In 2016, I was invited to attend a one day event at the Bass Pro shop in Mesa that was called “No excuses CHAMP Hunting Day.” I was invited to talk about my hunting experiences I had with disabled or physically challenged hunters.
The man who was the driver behind this event was Queen Creek resident Dan Ferraro.
Dan is blind, the result of a tragic traffic accident on Feb. 19, 2014 on Interstate 17 near Cordes Junction.
This is the story about a man who was determined not to let his disability keep him from continuing to do what he wanted in the great outdoors –hunting and fishing.
Dan doesn’t remember much about the accident he was in, only that he woke up in a hospital and was hooked up to a lot of medical devices. And he couldn’t see.
Doctors determined his optic nerve had been damaged, and he would not be able to see.
Prior to the accident, Dan lived a relatively normal life. He had a job, was married, and he had a passion for hunting and fishing.
Matter of fact, before the accident Dan had applied for a bull elk tag in Unit 22
North with his best friend, Brian Nichols. As luck would have it, he and Brian drew the tags.
Even though Ferraro was blind, he was determined he was going to go on the hunt.
Ferraro, using specialized equipment, started to search online for information on hunting for blind people. He didn’t find much, but he was resolved to keep trying to learn about how sportsmen who were blind could still hunt.
His first tried using a Go Pro camera behind the rifle scope. That didn’t work out well. His first elk hunt with his friend didn’t produce an elk, but Ferraro was determined to find a way and the equipment to allow him to enjoy his passion for the outdoors.
Ferraro met a guide named Rex Koons who told him that he had guided a blind hunter in New Mexico on an antelope hunt. The hunter, who Ferraro learned was named Mike Sanders, had specialized camera equipment that allowed him to hunt.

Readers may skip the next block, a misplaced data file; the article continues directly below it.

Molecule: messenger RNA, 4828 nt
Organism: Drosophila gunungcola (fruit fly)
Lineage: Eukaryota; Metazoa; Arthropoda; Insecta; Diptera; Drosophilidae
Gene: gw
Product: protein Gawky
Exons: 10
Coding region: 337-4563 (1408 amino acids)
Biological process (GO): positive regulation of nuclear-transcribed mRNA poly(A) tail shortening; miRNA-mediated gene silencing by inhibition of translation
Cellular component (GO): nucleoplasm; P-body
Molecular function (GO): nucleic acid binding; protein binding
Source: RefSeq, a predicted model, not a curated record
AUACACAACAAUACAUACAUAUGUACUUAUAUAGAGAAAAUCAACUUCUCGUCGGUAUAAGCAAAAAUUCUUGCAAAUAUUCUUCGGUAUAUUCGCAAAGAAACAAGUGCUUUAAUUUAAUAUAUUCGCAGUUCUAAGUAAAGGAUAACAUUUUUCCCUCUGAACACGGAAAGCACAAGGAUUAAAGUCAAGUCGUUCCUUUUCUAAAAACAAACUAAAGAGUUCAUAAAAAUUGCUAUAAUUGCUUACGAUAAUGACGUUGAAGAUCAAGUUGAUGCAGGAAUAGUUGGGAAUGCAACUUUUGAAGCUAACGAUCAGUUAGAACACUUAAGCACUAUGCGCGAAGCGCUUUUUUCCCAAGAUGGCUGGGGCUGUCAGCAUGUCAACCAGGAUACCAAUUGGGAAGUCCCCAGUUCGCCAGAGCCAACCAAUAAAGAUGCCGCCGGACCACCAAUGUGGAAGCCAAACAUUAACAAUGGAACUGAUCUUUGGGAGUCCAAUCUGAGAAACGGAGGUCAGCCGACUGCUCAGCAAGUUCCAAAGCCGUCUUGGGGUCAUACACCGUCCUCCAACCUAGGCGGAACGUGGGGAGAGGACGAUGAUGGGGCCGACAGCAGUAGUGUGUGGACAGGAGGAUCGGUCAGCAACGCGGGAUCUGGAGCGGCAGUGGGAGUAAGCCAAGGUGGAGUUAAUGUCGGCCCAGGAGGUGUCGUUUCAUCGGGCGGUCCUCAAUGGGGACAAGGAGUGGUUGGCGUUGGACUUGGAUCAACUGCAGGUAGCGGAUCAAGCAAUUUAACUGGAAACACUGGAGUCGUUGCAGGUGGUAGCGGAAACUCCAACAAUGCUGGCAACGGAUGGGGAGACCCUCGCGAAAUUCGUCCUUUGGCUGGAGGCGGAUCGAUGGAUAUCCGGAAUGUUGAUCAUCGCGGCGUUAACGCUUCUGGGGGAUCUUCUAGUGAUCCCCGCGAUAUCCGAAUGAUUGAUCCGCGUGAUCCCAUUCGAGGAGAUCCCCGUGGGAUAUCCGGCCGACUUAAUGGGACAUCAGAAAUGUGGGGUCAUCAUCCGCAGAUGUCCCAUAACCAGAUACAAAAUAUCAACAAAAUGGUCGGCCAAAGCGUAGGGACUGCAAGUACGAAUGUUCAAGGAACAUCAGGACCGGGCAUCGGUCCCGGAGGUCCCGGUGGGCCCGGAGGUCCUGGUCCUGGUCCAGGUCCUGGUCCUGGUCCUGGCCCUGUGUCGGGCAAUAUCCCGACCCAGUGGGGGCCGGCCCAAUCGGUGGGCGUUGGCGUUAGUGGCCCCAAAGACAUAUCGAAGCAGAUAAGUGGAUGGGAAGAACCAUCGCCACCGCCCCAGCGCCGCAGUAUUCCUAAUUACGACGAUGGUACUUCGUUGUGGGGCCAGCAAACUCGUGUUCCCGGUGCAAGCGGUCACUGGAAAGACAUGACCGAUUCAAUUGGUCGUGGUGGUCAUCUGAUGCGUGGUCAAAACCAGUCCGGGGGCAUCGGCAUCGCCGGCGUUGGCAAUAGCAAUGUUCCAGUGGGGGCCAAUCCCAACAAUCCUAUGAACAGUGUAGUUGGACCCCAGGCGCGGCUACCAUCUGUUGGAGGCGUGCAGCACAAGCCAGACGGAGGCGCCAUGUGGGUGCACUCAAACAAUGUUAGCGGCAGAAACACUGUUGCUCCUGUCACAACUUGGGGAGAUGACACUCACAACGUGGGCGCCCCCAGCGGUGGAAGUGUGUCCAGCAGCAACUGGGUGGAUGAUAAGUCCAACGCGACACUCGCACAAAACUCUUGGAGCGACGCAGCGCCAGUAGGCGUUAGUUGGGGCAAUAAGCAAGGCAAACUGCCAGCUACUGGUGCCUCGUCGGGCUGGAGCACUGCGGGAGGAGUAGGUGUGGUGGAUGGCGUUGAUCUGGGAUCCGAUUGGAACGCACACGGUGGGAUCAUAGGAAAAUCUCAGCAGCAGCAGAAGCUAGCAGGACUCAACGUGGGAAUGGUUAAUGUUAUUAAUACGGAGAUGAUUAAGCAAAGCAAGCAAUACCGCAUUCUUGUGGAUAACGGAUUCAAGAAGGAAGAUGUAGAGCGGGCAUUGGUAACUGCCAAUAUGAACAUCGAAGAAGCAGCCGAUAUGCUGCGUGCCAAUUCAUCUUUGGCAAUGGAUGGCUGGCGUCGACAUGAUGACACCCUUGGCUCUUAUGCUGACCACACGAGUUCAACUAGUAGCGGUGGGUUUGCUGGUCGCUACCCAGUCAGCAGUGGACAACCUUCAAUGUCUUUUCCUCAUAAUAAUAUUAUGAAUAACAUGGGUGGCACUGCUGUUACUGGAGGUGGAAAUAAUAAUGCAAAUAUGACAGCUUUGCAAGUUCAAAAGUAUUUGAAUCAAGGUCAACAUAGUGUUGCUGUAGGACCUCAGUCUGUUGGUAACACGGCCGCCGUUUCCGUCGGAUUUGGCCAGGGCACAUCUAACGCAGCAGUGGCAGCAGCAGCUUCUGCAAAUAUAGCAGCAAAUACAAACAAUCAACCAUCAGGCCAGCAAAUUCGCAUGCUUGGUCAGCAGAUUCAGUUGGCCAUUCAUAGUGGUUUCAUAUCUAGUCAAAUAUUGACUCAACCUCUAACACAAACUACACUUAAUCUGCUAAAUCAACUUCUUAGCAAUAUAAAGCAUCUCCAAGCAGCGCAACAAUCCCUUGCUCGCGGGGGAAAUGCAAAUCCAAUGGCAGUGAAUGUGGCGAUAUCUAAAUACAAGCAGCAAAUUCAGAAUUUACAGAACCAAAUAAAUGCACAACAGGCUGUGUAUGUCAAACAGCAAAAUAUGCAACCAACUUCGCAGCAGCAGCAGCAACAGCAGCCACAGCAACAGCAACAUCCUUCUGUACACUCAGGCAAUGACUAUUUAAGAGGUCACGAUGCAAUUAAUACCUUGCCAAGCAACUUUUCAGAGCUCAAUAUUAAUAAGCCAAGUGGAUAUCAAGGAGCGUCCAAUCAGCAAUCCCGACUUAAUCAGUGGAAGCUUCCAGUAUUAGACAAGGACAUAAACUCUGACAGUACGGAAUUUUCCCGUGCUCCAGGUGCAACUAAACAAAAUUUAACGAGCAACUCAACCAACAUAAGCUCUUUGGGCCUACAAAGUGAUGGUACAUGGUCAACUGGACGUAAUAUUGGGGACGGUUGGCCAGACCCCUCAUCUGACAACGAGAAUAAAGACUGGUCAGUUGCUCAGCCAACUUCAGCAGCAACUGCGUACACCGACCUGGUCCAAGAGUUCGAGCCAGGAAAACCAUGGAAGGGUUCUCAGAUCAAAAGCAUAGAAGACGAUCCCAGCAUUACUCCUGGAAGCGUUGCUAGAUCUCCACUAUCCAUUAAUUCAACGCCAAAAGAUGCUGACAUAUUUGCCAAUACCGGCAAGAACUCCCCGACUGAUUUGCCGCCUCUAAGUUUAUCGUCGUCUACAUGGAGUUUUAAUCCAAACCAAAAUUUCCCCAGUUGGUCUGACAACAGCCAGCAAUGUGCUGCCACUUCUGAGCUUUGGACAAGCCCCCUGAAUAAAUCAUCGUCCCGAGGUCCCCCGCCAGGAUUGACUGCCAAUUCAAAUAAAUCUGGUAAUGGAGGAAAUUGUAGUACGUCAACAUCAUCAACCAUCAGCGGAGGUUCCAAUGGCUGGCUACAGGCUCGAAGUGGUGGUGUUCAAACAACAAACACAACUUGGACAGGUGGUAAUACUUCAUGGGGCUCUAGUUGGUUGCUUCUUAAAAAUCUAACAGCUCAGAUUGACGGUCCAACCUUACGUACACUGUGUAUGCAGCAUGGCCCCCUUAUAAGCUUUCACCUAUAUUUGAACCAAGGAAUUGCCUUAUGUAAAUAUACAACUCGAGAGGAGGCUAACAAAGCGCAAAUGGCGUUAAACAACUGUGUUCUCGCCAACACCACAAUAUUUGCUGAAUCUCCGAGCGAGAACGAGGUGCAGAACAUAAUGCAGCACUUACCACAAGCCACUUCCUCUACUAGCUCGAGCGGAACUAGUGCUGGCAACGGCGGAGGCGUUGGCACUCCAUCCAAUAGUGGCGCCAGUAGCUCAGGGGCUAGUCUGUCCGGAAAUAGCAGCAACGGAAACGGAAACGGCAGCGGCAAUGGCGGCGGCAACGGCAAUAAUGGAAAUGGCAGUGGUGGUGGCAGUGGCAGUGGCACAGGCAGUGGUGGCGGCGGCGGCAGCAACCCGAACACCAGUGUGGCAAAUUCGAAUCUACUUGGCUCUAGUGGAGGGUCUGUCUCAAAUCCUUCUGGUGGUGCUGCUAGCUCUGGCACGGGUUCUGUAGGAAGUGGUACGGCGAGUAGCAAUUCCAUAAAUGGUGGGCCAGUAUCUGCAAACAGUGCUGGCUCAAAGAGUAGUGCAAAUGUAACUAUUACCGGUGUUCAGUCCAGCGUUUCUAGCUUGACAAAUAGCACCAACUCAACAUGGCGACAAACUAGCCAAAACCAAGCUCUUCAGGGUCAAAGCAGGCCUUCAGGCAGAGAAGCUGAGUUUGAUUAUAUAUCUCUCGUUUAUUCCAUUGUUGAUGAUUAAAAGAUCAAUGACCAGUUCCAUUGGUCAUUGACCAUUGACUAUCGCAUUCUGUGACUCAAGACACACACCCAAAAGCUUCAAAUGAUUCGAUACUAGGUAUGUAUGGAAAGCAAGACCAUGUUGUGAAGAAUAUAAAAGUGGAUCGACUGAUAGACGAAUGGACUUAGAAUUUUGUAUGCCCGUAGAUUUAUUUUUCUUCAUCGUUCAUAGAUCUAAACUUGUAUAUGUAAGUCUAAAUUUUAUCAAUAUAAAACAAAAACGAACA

Ferraro spoke with Sanders who agreed to bring his equipment to Phoenix to demonstrate how his camera system worked and allowed him to hunt with the aid of an assistant.
The group met at Shooter’s World in Phoenix for a demonstration and allow Ferraro to try out Sanders’ specialized equipment.
Ferraro learned the equipment was manufactured by a company in Texas called Aero Solution. The equipment was actually for military sniper use but had been adapted to allow sportsmen like Ferraro to utilize a scoped equipped rifle.
Ferraro explained the equipment sends a signal to a viewer that allows an assistant to tell him where his target is.
“They can tell me to move the scope left, right, up and down,” Ferraro said. When he is on target, he squeezes the trigger.
This equipment wasn’t cheap, it cost over $5,000, but it would allow Ferraro the opportunity to go on hunts.
Ferraro utilized the equipment on a buffalo hunt on a private ranch in New Mexico. He took a young bull with one shot from his Browning X Bolt rifle .300 Winchester Magnum.
His rifle is equipped with a Night Force 4x14 scope. The scope is equipped with turrets that are calibrated for the load that Ferraro uses on his hunts. Initially, he used Remington Core Lokt ammo, but now uses only factory loaded ammo utilizing 200 grain Hornady VLD bullets.
Six months after Ferraro took the buffalo, he took an antelope with one shot on the same ranch.
Then it was time for another elk hunt in Arizona, but with his specialized equipment.
In 2015, Ferraro drew a bull elk tag for a CHAMP hunt in Unit 6A. Utilizing the services of Gunner Goodman, Ferraro was able to bag a 6x5 bull at 135 yards.
In 2016, he again drew a CHAMP tag in Unit 6A, and this time he took a cow elk at an amazing 555 yards.
Ferraro also has a rifle chambered for the venerable 7mm mag cartridge that he will use for deer, and a .22-250 rifle for javelina and predators.
Recently, Ferraro went on a pig hunt on a private ranch in Northern Arizona and took a hog that was estimated to weigh between 275-300 pounds with one shot utilizing a rifle in 6.5 Grendel caliber.
This sportsmen is determined not to let his disability keep him from enjoying the things he liked so much before his accident.
He has been married for 17 years to his wife Kerri, still has a job, and has enjoyed hunting and even a few fishing trips.
Next week, I’ll share with you the recent experience Ferraro and a couple of his friends had on his first fishing trip for stripers and catfish on Lake Mead.